Not only can obesity treatment save physicians time and money by decreasing healthcare costs associated with comorbid chronic conditions, it has also been shown to be a proven revenue generating model, with real financial benefits. In a climate when we’re unsure about where we will stand with insurance and Medicare, it is imperative for healthcare providers to proactively look for new and innovative models to save time and money, and ultimately, to save lives.
Are you still asking yourself, “Why treat obesity?”
Sources: Partnership to Fight Chronic Disease, Hospitals & Health Networks, Stop Obesity Alliance
Blog written by Vanessa Ramalho/Robard Corporation
According to a recent article by CNN, 2 billion adults and children worldwide – the equivalent of one-third of the world’s population -- is overweight, and the U.S. is among the countries most severely affected.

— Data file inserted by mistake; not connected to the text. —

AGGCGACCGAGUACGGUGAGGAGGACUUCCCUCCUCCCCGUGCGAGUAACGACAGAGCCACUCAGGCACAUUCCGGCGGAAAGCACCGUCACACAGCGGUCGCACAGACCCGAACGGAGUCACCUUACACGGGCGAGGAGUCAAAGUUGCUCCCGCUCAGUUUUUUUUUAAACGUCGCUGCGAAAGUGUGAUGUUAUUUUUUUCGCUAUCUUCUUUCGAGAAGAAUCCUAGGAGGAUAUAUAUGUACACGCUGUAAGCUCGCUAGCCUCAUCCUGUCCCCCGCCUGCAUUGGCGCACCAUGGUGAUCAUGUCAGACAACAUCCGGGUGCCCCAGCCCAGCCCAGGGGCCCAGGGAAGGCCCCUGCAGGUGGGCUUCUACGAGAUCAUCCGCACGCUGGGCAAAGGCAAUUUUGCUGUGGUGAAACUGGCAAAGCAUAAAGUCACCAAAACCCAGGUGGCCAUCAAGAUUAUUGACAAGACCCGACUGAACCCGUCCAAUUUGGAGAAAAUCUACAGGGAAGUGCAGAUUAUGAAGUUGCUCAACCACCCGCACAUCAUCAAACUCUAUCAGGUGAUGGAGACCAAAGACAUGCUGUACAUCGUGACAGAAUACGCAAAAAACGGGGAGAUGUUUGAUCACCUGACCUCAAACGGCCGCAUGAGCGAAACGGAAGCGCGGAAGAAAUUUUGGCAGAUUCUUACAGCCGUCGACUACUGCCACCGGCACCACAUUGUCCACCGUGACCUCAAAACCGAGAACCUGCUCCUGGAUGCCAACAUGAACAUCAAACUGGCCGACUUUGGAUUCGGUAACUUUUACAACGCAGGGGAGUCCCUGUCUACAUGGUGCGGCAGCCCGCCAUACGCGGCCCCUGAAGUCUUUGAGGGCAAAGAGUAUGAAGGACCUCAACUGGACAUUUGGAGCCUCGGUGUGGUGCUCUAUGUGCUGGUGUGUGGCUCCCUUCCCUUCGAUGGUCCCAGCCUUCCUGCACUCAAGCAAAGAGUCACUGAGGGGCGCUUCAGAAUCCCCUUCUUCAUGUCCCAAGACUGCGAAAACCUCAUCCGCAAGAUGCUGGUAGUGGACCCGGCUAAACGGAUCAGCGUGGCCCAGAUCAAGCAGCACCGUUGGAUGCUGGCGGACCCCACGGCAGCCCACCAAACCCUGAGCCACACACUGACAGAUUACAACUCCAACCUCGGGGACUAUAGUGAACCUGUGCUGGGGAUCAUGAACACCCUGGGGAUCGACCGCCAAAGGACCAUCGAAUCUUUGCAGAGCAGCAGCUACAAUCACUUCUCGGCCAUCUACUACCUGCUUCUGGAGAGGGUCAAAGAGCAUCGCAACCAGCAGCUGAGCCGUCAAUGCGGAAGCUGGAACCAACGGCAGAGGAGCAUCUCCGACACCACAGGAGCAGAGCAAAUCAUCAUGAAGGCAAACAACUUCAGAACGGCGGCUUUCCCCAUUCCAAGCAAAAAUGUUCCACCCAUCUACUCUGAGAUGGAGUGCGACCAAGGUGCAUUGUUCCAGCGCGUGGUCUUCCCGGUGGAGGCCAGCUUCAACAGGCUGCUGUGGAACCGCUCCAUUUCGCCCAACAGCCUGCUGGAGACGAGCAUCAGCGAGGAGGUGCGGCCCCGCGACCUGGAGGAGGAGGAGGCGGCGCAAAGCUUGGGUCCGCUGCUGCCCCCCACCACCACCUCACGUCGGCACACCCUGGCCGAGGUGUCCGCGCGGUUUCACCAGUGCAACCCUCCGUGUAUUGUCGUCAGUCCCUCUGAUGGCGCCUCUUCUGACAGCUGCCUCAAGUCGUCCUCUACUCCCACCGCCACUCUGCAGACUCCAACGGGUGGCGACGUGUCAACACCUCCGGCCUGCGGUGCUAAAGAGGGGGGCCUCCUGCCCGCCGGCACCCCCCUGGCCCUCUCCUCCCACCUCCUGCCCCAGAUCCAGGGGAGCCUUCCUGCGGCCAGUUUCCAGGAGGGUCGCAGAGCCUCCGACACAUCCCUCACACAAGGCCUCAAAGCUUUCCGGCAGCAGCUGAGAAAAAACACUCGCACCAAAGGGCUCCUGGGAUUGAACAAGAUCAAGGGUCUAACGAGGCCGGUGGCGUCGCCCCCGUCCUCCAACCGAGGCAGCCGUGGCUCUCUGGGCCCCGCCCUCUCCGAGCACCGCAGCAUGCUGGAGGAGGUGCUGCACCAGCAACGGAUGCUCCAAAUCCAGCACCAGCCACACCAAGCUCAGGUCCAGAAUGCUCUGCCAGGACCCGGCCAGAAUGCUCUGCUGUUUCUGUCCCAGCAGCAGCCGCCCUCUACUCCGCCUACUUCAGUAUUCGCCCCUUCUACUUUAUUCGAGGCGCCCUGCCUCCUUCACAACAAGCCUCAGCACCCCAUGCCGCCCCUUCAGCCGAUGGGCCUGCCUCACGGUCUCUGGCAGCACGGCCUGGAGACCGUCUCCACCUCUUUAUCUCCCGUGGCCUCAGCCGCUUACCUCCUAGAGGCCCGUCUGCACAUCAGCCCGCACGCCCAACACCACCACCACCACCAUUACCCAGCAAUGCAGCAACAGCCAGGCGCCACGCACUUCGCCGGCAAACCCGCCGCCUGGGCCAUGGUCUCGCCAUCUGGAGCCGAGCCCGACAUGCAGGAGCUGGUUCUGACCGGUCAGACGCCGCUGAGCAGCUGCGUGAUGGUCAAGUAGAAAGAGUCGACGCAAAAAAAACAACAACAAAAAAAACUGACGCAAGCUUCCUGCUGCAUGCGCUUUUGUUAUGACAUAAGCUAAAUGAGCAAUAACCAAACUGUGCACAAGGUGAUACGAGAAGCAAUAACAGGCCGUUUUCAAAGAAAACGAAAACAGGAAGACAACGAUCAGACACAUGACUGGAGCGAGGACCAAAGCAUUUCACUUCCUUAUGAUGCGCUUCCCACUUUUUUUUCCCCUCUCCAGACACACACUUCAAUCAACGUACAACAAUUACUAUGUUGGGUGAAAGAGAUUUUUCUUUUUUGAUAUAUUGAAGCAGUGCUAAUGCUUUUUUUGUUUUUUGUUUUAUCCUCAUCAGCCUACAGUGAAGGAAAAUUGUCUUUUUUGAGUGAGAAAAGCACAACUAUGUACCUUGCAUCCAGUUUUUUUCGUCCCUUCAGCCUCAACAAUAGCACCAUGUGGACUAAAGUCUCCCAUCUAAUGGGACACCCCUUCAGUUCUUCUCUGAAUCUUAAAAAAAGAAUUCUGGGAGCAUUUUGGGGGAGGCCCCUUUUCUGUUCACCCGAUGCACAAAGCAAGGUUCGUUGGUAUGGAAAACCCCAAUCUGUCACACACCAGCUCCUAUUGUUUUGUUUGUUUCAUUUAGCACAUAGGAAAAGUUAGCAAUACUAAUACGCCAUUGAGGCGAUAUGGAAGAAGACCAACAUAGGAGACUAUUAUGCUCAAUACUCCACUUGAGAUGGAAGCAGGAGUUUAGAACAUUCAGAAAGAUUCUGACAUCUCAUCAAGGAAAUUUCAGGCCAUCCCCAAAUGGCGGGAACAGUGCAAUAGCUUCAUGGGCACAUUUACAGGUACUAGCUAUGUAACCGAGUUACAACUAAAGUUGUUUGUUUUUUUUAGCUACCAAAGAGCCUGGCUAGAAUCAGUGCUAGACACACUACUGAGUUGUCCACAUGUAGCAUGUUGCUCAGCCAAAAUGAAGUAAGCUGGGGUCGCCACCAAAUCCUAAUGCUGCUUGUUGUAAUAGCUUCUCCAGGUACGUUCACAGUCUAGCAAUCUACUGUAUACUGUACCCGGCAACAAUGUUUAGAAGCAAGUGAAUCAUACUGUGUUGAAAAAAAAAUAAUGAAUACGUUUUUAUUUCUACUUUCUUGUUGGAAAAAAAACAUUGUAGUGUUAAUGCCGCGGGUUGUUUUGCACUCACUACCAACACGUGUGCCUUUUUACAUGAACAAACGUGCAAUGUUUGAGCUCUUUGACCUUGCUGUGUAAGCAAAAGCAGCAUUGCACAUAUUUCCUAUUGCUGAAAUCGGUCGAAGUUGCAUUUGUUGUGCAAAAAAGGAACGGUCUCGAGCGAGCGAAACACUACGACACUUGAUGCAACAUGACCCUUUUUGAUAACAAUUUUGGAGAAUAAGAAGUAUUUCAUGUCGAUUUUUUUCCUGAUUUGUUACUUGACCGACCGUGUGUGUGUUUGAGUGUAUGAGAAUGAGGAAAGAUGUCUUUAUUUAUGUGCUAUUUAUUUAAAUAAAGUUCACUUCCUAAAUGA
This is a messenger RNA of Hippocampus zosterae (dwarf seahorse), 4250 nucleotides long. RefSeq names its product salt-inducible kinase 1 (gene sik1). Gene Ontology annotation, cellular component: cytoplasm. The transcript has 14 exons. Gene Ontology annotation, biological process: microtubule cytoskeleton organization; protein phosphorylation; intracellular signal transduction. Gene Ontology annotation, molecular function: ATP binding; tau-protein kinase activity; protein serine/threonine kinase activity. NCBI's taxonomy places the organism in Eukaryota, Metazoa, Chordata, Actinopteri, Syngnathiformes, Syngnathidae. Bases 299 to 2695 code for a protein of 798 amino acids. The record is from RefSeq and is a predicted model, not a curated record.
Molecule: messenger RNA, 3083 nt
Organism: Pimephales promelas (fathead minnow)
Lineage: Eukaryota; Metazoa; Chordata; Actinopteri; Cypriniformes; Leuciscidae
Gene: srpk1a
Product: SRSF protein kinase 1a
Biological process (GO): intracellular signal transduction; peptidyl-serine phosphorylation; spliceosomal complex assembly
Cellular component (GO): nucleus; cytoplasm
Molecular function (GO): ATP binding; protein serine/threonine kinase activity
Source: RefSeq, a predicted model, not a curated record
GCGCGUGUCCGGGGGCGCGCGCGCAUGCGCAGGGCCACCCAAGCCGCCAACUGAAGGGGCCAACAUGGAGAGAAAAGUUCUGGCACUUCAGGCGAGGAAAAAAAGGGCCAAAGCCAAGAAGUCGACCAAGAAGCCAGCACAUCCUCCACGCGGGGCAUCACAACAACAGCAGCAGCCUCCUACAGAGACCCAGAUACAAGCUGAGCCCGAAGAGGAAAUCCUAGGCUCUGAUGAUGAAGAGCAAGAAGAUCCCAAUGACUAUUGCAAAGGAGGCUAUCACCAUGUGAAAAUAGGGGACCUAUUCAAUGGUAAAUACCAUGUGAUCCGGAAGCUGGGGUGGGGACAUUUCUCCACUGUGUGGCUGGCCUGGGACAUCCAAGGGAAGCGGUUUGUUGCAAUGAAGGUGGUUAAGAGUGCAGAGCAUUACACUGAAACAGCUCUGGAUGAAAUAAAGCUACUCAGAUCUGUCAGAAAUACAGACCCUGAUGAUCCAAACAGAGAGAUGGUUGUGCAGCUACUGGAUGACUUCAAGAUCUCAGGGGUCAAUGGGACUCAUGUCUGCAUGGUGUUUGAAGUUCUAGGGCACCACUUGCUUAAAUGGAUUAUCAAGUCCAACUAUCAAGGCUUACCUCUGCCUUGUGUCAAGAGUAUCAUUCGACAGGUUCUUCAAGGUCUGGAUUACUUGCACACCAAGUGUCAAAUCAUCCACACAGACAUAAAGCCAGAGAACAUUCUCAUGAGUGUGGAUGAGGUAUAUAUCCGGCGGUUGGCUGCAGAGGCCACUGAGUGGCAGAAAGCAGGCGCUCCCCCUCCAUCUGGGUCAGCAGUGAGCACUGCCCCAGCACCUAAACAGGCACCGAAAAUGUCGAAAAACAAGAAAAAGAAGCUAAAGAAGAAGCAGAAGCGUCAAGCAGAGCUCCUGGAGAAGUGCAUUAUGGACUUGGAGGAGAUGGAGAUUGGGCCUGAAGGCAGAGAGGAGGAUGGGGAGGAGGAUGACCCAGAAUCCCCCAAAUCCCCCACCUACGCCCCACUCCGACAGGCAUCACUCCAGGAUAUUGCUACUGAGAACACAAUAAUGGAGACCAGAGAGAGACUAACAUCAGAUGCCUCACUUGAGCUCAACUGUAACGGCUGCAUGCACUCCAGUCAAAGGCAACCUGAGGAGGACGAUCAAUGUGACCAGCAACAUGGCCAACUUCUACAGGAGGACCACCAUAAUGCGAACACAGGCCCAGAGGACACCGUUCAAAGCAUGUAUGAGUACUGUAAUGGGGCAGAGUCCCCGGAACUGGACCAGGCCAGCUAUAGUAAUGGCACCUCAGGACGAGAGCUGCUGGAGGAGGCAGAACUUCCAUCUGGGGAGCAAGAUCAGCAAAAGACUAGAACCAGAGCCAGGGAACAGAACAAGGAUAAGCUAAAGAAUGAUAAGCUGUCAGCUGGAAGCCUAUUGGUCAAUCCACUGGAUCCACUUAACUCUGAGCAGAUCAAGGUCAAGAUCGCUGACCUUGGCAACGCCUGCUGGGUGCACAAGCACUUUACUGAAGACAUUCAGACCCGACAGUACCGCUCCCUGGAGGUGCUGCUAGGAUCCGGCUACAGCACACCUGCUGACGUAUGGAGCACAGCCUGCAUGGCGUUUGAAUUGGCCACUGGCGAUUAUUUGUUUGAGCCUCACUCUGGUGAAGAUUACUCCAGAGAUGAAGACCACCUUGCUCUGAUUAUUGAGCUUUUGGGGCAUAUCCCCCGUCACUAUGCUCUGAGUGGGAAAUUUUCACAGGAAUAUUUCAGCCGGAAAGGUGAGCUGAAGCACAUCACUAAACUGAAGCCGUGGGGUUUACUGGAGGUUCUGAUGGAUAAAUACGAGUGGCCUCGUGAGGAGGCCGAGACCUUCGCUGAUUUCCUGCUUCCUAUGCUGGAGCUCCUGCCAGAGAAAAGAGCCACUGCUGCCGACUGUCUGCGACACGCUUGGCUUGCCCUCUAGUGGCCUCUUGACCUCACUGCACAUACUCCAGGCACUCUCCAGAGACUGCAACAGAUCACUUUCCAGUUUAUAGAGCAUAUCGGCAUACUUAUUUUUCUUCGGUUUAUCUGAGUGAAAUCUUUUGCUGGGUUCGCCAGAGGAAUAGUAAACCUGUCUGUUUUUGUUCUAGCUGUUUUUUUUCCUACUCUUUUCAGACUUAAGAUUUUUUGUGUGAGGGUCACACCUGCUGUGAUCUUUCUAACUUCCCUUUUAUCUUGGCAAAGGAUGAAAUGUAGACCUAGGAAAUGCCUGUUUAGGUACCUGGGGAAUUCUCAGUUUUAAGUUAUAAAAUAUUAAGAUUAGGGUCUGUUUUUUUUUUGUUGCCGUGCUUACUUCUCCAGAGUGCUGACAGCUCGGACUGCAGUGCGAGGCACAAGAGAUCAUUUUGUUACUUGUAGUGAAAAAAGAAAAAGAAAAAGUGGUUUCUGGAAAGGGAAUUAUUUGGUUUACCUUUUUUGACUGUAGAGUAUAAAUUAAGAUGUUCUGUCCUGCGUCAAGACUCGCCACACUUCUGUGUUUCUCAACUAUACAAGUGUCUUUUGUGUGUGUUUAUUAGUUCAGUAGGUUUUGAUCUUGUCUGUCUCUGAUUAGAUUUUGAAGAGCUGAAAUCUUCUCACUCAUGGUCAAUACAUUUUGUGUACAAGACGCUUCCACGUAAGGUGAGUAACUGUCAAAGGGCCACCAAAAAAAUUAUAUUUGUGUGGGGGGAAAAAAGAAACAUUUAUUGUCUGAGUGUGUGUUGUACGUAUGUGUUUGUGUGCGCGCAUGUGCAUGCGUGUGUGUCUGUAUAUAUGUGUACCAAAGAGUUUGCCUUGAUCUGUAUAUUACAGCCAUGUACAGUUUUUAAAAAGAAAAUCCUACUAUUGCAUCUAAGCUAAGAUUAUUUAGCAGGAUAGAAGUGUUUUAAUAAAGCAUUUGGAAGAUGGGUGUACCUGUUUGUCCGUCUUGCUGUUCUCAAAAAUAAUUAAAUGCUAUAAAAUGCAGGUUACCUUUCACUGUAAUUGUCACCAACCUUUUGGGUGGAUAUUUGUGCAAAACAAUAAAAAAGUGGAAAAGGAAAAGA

The article reflected the results of a study published in the New England Journal of Medicine that included 195 countries and territories. The study also notes that an increasing number of people globally are dying from comorbid conditions related to obesity, such as cardiovascular disease.
“People who shrug off weight gain do so at their own risk -- risk of cardiovascular disease, diabetes, cancer, and other life-threatening conditions,” said Dr. Christopher Murray, director of the Institute for Health Metrics and Evaluation at the University of Washington, who worked on the study. “Those half-serious New Year’s resolutions to lose weight should become year-round commitments to lose weight and prevent future weight gain,” he said in a statement.